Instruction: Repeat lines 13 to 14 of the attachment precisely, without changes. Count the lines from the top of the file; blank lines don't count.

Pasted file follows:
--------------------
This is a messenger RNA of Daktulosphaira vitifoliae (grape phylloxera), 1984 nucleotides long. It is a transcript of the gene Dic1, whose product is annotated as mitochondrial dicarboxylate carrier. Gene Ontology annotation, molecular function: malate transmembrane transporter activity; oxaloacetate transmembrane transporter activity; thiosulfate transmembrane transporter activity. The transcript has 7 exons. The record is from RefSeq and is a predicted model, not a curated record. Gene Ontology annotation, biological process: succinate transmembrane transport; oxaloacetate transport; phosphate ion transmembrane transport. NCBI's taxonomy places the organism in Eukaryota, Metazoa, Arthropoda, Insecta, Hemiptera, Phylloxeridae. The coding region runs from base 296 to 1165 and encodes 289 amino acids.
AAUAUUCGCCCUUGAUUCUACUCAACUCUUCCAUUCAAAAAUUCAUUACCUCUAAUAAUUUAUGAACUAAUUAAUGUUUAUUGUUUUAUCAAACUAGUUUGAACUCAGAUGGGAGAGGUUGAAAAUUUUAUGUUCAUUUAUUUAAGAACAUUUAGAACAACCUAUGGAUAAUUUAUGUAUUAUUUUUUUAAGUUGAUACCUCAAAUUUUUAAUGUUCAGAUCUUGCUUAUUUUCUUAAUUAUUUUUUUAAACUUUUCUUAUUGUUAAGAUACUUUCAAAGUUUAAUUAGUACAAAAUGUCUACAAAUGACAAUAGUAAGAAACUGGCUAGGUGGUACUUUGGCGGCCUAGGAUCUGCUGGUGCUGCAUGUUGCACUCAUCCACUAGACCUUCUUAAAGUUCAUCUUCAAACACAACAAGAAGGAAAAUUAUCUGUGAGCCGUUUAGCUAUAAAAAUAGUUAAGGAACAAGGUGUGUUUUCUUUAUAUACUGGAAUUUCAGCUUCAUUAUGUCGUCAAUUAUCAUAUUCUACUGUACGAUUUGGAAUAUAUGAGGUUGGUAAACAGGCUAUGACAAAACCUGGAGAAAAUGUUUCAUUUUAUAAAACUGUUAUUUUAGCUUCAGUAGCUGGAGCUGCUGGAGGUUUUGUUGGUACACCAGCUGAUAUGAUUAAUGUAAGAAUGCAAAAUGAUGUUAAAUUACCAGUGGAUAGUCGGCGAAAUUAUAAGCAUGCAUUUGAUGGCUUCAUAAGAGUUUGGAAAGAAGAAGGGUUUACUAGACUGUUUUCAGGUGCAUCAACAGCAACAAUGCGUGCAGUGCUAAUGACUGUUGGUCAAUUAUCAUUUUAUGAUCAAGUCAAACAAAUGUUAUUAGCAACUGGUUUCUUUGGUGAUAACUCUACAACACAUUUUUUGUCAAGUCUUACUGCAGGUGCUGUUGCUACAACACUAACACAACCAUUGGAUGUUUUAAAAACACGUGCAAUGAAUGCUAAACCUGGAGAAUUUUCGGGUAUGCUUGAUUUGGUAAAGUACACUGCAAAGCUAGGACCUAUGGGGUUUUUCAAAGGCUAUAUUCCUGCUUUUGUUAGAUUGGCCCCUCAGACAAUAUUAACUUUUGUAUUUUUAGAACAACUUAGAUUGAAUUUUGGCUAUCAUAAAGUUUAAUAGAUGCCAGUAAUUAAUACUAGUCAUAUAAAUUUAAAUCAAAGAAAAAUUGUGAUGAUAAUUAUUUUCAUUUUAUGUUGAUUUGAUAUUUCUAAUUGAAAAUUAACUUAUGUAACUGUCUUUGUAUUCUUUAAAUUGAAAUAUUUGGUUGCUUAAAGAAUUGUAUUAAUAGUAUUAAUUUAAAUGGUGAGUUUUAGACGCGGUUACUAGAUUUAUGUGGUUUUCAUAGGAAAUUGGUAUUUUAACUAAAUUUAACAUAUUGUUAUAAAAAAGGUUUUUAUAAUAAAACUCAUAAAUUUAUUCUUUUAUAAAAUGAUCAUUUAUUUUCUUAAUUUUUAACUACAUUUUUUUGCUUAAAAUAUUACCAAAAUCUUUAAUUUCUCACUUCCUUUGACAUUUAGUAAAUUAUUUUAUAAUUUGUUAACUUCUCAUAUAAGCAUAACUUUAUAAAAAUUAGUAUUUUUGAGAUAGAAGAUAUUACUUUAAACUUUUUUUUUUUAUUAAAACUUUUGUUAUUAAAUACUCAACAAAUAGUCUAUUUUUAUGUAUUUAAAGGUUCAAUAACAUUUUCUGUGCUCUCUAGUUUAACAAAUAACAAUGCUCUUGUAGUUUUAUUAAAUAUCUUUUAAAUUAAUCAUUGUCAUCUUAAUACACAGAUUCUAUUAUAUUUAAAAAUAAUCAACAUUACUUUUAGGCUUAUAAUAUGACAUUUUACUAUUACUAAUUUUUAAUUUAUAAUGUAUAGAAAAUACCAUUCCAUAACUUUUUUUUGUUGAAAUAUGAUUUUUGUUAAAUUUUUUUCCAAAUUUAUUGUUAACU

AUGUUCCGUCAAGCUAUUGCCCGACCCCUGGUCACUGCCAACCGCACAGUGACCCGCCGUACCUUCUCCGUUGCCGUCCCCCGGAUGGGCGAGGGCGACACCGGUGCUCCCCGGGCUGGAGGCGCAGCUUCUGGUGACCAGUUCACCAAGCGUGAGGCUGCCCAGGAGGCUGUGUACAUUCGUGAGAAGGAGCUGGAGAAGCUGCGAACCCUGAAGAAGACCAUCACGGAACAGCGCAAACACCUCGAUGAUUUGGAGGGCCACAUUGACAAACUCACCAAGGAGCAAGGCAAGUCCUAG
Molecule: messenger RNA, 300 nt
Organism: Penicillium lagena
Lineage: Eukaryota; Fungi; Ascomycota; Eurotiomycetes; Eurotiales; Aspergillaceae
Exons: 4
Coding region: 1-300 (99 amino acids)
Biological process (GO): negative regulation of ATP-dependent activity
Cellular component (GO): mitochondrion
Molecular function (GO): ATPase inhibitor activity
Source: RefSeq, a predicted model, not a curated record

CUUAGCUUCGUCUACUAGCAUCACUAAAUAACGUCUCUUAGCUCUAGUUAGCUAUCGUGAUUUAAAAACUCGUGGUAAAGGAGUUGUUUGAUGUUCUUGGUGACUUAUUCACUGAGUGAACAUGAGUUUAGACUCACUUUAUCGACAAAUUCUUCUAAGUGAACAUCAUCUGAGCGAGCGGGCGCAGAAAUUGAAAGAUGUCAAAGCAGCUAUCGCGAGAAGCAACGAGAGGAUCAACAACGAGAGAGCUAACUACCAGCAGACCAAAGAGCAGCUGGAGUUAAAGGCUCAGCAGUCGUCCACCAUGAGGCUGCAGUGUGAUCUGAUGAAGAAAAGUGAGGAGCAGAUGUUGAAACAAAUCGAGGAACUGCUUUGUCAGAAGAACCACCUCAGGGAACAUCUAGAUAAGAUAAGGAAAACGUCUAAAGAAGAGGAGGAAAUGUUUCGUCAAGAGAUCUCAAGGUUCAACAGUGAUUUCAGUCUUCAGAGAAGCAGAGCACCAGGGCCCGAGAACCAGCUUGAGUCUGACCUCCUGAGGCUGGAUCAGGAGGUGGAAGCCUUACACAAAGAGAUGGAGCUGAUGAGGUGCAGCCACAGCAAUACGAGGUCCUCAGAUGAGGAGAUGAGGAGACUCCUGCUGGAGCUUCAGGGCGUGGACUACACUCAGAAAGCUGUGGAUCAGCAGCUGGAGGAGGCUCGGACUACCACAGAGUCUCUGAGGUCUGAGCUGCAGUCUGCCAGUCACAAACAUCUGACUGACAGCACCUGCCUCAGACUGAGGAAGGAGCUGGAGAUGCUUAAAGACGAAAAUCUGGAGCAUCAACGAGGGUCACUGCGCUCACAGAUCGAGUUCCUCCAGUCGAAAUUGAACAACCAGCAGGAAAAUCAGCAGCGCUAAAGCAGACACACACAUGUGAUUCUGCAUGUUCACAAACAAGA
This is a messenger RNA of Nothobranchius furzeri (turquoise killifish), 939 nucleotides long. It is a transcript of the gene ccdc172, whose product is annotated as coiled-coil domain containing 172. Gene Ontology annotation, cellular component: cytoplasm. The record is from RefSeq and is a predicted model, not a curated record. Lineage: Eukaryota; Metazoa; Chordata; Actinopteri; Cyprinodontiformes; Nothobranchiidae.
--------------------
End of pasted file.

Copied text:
CUUAGCUUCGUCUACUAGCAUCACUAAAUAACGUCUCUUAGCUCUAGUUAGCUAUCGUGAUUUAAAAACUCGUGGUAAAGGAGUUGUUUGAUGUUCUUGGUGACUUAUUCACUGAGUGAACAUGAGUUUAGACUCACUUUAUCGACAAAUUCUUCUAAGUGAACAUCAUCUGAGCGAGCGGGCGCAGAAAUUGAAAGAUGUCAAAGCAGCUAUCGCGAGAAGCAACGAGAGGAUCAACAACGAGAGAGCUAACUACCAGCAGACCAAAGAGCAGCUGGAGUUAAAGGCUCAGCAGUCGUCCACCAUGAGGCUGCAGUGUGAUCUGAUGAAGAAAAGUGAGGAGCAGAUGUUGAAACAAAUCGAGGAACUGCUUUGUCAGAAGAACCACCUCAGGGAACAUCUAGAUAAGAUAAGGAAAACGUCUAAAGAAGAGGAGGAAAUGUUUCGUCAAGAGAUCUCAAGGUUCAACAGUGAUUUCAGUCUUCAGAGAAGCAGAGCACCAGGGCCCGAGAACCAGCUUGAGUCUGACCUCCUGAGGCUGGAUCAGGAGGUGGAAGCCUUACACAAAGAGAUGGAGCUGAUGAGGUGCAGCCACAGCAAUACGAGGUCCUCAGAUGAGGAGAUGAGGAGACUCCUGCUGGAGCUUCAGGGCGUGGACUACACUCAGAAAGCUGUGGAUCAGCAGCUGGAGGAGGCUCGGACUACCACAGAGUCUCUGAGGUCUGAGCUGCAGUCUGCCAGUCACAAACAUCUGACUGACAGCACCUGCCUCAGACUGAGGAAGGAGCUGGAGAUGCUUAAAGACGAAAAUCUGGAGCAUCAACGAGGGUCACUGCGCUCACAGAUCGAGUUCCUCCAGUCGAAAUUGAACAACCAGCAGGAAAAUCAGCAGCGCUAAAGCAGACACACACAUGUGAUUCUGCAUGUUCACAAACAAGA
This is a messenger RNA of Nothobranchius furzeri (turquoise killifish), 939 nucleotides long. It is a transcript of the gene ccdc172, whose product is annotated as coiled-coil domain containing 172. Gene Ontology annotation, cellular component: cytoplasm. The record is from RefSeq and is a predicted model, not a curated record. Lineage: Eukaryota; Metazoa; Chordata; Actinopteri; Cyprinodontiformes; Nothobranchiidae.